Given an undirected possibly weighted n-vertex graph G = (V,E) and a set 𝒫 ⊆ V² of pairs, a subgraph S = (V,E') is called a P-pairwise α-spanner of G, if for every pair (u,v) ∈ 𝒫 we have d_S(u,v) ≤ α⋅ d_G(u,v). The parameter α is called the stretch of the spanner, and its size overhead is define as |E'|/|P|.

A surprising connection was recently discussed between the additive stretch of (1+ε,β)-spanners, to the hopbound of (1+ε,β)-hopsets. A long sequence of works showed that if the spanner/hopset has size ≈ n^{1+1/k} for some parameter k ≥ 1, then β≈(1/ε)^{log k}. In this paper we establish a new connection to the size overhead of pairwise spanners. In particular, we show that if |P|≈ n^{1+1/k}, then a P-pairwise (1+ε)-spanner must have size at least β⋅ |P| with β≈(1/ε)^{log k} (a near matching upper bound was recently shown in [Michael Elkin and Idan Shabat, 2023]). That is, the size overhead of pairwise spanners has similar bounds to the hopbound of hopsets, and to the additive stretch of spanners.

We also extend the connection between pairwise spanners and hopsets to the large stretch regime, by showing nearly matching upper and lower bounds for P-pairwise α-spanners. In particular, we show that if |P|≈ n^{1+1/k}, then the size overhead is β≈k/α.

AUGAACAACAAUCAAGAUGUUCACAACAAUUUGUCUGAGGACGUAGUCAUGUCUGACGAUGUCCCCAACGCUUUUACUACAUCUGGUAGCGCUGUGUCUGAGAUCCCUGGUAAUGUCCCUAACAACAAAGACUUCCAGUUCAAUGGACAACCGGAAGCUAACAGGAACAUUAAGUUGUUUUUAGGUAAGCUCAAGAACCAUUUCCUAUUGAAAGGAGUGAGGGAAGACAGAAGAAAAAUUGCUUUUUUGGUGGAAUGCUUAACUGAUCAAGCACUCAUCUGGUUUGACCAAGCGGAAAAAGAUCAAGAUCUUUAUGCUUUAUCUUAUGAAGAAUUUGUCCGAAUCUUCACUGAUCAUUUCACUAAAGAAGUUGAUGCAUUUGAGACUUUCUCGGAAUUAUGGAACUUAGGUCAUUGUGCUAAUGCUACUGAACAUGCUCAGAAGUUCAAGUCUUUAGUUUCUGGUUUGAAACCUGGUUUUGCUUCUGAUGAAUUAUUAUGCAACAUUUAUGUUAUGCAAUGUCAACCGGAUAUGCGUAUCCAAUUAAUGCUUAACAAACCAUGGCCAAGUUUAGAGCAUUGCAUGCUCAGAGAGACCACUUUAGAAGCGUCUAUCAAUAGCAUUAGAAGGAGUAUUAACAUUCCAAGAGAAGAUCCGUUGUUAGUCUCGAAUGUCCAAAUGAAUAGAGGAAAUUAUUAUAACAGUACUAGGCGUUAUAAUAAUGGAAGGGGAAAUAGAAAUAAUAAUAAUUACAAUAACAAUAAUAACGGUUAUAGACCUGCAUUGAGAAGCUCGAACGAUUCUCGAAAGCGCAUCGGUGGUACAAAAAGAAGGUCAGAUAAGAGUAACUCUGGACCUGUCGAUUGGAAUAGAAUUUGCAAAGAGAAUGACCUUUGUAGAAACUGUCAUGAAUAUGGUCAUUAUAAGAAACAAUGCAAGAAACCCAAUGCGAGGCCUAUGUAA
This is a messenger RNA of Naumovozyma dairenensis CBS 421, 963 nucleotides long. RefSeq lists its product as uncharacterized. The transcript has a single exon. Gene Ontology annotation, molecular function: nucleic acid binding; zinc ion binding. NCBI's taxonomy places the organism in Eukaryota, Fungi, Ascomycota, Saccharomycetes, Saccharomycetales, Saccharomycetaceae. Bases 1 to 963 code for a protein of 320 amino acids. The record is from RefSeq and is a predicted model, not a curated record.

A source-wise spanner is a special type of pairwise spanner, for which P = A×V for some A ⊆ V. A prioritized spanner is given also a ranking of the vertices V = (v₁,… ,v_n), and is required to provide improved stretch for pairs containing higher ranked vertices. By using a sequence of reductions: from pairwise spanners to source-wise spanners to prioritized spanners, we improve on the state-of-the-art results for source-wise and prioritized spanners. Since our spanners can be equipped with a path-reporting mechanism, we also substantially improve the known bounds for path-reporting prioritized distance oracles. Specifically, we provide a path-reporting distance oracle, with size O(n⋅(log log n)²), that has a constant stretch for any query that contains a vertex ranked among the first n^{1-δ} vertices (for any constant δ > 0). Such a result was known before only for non-path-reporting distance oracles.